Life meets lifelessness on Glitter Veils’ debut LP, ‘Figures In Sight’
Brisbane artists LUKE ZAHNLEITER and MICHAEL WHITNEY are GLITTER VEILS. They’ve recently taken the concept of the humble bedroom studio and created a brand new set of rules for sound.
Crunchy vocals, warped guitar, saxophone cameo and life-shattering chord changes are Glitter Veils’ weapon of choice through out the first half of this 9-song LP entitled Figures In Sight. The back half however, is filled with sounds much easier to digest. Beautiful sweeping progressions are a loving contrast to the gut-wrenching rumble of the previously mentioned warped guitar slacker rock.
The dryness of the recording’s paints a baron wasteland, much like how I imagine the music on the moon would sound; a very lost-in-space feel with crisp vocals akin to ground control transmissions and sound bites that are literally from another planet. From the very beginning, the crispy vocals slice through this baron wasteland, as ‘Gibberish Talks’ offers a sound reminiscent of a JACK RIVER song, but again as if it was played through a radio in zero gravity.
It’s not until the 3rd track, ‘Caprice,’ do the guys bring this LP back towards earth. The slacker rock enriched with jazz voices is joined by saxophone serenades. An epic contrast from its predecessor, but oddly not out of place at all, it’s all tied together with melodic pop bass lines and warped electric guitar parts.
We continue our journey through the emptiness of space being whisked away into little pockets of life in a similar fashion to alternative rockers ALT-J and what they did with their most recent album, This Is All Yours. Except, instead of the bright sounds of nature, Glitter Veils use a darker contrast. They manage to empty whole tracks and refill it with gritty guitar and alien chord changes.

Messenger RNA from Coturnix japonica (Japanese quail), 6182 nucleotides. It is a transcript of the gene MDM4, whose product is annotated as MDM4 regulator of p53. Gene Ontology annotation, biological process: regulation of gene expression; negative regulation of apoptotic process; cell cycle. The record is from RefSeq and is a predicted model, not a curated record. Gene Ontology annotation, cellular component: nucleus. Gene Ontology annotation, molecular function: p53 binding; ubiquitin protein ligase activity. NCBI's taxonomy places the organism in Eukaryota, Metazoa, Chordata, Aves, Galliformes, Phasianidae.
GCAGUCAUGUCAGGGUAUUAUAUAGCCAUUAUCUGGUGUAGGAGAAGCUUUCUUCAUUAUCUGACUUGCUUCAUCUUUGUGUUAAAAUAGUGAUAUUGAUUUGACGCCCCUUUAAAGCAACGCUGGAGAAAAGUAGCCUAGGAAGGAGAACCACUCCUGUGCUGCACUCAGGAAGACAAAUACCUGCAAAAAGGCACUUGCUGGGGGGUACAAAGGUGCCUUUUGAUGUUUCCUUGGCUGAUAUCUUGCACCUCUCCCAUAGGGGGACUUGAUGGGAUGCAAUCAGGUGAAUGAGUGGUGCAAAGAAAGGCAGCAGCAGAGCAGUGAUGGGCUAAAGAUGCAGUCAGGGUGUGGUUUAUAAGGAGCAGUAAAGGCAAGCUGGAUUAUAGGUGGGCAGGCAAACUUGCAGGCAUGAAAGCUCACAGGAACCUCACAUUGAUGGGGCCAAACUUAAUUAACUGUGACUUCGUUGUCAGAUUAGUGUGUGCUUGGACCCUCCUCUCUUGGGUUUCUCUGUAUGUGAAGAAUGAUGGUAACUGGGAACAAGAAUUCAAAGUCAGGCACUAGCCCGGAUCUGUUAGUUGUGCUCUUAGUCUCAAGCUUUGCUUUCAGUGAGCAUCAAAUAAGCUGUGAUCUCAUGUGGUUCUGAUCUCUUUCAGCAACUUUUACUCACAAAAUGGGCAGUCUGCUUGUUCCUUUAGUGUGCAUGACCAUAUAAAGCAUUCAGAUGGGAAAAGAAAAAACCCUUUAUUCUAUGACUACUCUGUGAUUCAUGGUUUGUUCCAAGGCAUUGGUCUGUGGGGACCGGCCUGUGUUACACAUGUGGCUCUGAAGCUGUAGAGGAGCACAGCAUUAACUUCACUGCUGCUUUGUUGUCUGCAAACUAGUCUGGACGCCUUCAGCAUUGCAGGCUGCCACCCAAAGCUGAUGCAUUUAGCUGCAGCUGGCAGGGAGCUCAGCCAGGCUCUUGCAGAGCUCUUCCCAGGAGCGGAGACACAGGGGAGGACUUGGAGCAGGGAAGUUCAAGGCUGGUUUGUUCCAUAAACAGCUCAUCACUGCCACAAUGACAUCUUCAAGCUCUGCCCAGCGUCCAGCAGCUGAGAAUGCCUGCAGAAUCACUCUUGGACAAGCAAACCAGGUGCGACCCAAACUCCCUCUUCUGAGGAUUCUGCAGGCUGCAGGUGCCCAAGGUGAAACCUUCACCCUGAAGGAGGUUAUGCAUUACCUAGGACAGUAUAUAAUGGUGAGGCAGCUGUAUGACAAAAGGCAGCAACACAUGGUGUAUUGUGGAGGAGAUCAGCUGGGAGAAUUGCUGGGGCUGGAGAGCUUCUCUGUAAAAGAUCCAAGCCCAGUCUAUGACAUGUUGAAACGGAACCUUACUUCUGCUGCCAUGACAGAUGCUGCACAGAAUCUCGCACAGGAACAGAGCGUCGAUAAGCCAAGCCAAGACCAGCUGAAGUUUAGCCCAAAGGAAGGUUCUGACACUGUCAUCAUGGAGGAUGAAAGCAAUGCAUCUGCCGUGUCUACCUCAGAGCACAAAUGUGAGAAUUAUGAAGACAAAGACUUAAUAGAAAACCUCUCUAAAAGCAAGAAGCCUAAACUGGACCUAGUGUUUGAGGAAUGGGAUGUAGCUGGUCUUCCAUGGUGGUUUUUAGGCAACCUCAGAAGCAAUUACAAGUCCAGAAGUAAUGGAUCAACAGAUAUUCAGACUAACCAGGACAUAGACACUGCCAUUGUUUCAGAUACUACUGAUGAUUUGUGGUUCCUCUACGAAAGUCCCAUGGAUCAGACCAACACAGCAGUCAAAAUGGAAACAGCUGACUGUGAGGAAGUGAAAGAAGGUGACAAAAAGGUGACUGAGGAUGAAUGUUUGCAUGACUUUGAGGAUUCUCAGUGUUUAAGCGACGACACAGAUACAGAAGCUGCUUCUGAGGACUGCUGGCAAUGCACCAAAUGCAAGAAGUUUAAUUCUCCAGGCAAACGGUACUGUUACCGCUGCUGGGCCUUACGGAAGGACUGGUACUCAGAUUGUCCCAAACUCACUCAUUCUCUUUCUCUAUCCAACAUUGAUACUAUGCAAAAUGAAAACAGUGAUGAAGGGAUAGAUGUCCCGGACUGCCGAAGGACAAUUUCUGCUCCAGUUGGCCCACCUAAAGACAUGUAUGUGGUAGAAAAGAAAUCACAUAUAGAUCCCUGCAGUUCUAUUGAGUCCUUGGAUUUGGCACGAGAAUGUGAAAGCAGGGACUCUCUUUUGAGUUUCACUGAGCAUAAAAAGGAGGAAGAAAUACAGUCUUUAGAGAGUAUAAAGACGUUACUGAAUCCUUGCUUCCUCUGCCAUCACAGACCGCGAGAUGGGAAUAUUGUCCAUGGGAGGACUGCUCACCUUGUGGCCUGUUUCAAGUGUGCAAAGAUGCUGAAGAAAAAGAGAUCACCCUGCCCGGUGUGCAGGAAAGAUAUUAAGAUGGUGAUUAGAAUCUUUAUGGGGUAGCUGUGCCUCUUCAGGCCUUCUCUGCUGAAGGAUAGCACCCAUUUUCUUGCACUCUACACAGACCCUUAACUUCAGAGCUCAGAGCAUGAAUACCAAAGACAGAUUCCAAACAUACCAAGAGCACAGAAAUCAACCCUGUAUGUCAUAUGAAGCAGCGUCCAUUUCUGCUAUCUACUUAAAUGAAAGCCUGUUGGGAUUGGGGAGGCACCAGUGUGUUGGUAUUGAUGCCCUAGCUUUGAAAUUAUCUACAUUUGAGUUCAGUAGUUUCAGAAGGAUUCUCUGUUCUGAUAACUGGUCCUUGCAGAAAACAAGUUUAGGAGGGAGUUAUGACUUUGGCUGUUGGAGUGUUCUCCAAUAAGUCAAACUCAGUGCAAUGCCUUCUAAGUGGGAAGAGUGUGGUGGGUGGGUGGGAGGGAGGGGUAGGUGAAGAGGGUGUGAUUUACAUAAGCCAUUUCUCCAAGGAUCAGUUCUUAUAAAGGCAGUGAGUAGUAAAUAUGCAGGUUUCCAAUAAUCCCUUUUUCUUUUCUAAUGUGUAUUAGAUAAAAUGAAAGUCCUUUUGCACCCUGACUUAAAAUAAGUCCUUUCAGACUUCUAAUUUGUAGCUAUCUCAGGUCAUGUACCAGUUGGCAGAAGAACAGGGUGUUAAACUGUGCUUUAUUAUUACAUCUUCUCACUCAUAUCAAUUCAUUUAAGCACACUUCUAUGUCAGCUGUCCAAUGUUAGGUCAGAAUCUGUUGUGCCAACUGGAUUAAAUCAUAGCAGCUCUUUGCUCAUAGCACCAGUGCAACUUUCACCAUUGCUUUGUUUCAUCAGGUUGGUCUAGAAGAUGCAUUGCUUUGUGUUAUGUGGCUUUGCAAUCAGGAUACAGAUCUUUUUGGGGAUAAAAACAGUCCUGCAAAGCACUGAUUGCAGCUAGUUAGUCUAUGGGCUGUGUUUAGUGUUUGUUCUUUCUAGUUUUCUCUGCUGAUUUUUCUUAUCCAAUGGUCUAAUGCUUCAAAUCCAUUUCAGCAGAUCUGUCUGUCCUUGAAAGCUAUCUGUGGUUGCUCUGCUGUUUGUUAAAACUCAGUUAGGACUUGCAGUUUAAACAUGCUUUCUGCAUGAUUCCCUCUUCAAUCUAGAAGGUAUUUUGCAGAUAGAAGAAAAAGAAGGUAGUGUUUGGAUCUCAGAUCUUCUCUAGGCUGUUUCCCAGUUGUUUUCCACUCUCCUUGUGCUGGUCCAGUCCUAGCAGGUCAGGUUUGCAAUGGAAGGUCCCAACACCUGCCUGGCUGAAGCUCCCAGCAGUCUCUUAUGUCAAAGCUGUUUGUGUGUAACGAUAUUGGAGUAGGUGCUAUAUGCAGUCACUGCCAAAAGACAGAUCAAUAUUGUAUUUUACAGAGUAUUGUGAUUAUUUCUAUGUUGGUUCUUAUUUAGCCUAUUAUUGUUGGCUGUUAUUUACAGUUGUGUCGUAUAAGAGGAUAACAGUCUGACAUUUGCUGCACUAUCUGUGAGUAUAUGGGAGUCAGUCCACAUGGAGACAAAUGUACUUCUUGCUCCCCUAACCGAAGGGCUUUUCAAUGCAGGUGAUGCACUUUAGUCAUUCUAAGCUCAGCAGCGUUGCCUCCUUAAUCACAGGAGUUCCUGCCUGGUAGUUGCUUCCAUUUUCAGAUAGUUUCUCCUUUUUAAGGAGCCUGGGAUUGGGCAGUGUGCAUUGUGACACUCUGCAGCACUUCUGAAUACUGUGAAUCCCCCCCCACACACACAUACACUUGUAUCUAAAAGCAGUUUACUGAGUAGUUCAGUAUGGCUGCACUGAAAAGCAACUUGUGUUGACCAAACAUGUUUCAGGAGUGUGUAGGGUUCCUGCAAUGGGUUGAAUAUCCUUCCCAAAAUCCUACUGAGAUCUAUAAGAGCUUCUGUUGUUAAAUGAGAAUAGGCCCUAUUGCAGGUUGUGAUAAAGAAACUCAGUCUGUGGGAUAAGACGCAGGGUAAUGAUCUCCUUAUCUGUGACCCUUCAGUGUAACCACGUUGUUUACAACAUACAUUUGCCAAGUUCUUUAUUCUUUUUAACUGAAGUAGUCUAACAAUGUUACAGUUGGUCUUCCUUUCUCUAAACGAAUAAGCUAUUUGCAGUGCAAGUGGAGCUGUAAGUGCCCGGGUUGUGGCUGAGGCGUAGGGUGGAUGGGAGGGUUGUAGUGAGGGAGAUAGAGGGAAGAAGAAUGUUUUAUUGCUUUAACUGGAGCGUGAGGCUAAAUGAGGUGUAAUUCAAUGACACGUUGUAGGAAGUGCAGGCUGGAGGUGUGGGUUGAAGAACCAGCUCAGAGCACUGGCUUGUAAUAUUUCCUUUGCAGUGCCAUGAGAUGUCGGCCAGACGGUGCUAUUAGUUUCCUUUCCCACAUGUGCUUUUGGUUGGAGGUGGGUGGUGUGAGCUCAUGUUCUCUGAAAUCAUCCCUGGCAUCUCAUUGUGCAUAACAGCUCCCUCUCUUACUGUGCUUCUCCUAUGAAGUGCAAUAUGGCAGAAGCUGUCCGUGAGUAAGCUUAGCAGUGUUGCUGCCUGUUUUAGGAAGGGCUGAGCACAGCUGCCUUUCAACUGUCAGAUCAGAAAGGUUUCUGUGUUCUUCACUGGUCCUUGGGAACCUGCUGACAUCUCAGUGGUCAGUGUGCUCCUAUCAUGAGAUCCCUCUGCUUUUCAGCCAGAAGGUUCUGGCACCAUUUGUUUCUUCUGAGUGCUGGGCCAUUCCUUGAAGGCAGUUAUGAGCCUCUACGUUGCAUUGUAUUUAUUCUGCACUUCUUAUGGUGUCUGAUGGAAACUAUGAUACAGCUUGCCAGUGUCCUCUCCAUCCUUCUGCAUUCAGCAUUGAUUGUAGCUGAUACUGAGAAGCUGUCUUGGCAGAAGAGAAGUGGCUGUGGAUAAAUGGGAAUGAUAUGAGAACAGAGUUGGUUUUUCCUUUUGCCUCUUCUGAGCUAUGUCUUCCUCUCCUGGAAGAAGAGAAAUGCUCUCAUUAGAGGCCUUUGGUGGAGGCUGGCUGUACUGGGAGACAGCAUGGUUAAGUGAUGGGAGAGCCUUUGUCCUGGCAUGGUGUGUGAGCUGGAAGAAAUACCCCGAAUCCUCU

The production on the track ‘Gossamer Folds’ is a highlight from the first half of these gritty tracks, but they press the reset button and sweep into the back-end in the most surprising fashion. ‘Soft Touch’ is my favourite track of the LP. A marching guitar riff is met with the essence of life that was missing from the first half of songs. Michael Hutchence style melancholy bumps in over a haunting production, similar to how a bad acid trip is portrayed in cinema. This whole album feels like a bad trip gone good.
The alt-j style space documentary finally lands on earth in ‘In the Vein’. The slow build into the chorus is recognisable but not overpowering. It’s the perfect way to re-acclimatise with earth. With the trip finally looking up, the contrasting brightness hits harder then ever. From the baron lifeless intensity of the first half of the LP you’re transported to the edge of a coral reef where life begins in abundance.
Out of the water floats ‘A Brief Moment’. The dreamiest track of the LP, this must have been recorded late at night because the sharp tones and shock value is traded in for the most gentle of musical choices. Unwelcome noises are stoically fought off, Whitney and Zahnleiter are the gatekeepers of your ears and they will only allow the purest of sounds in. Similar to the peaceful quiet that only exists underwater.
This half of the LP is far more sonically generous than the first, but the contrast is necessary to understanding the body of work as a whole. In its full glory, Figures In Sight paints both sides to existence; life and lifelessness. It has it’s debut LP moments where it can get a little lost, but the way it rectifies itself, it definitely seems like they were on purpose or a natural occurrence that Glitter Veils’ sound just couldn’t go without.
Overall, for this exploration to come out of a small bedroom just shows how much the Brisbane duo are capable of. Not to mention the fact that it’s been released off Flexible Records, an offshoot of the iconic label, Terrible Records. You may not catch it right away, but the serenity this album holds comes a-plenty in the closing moments of the LP, so to listen to this album in parts would be a disservice.
Words by STEVE COPP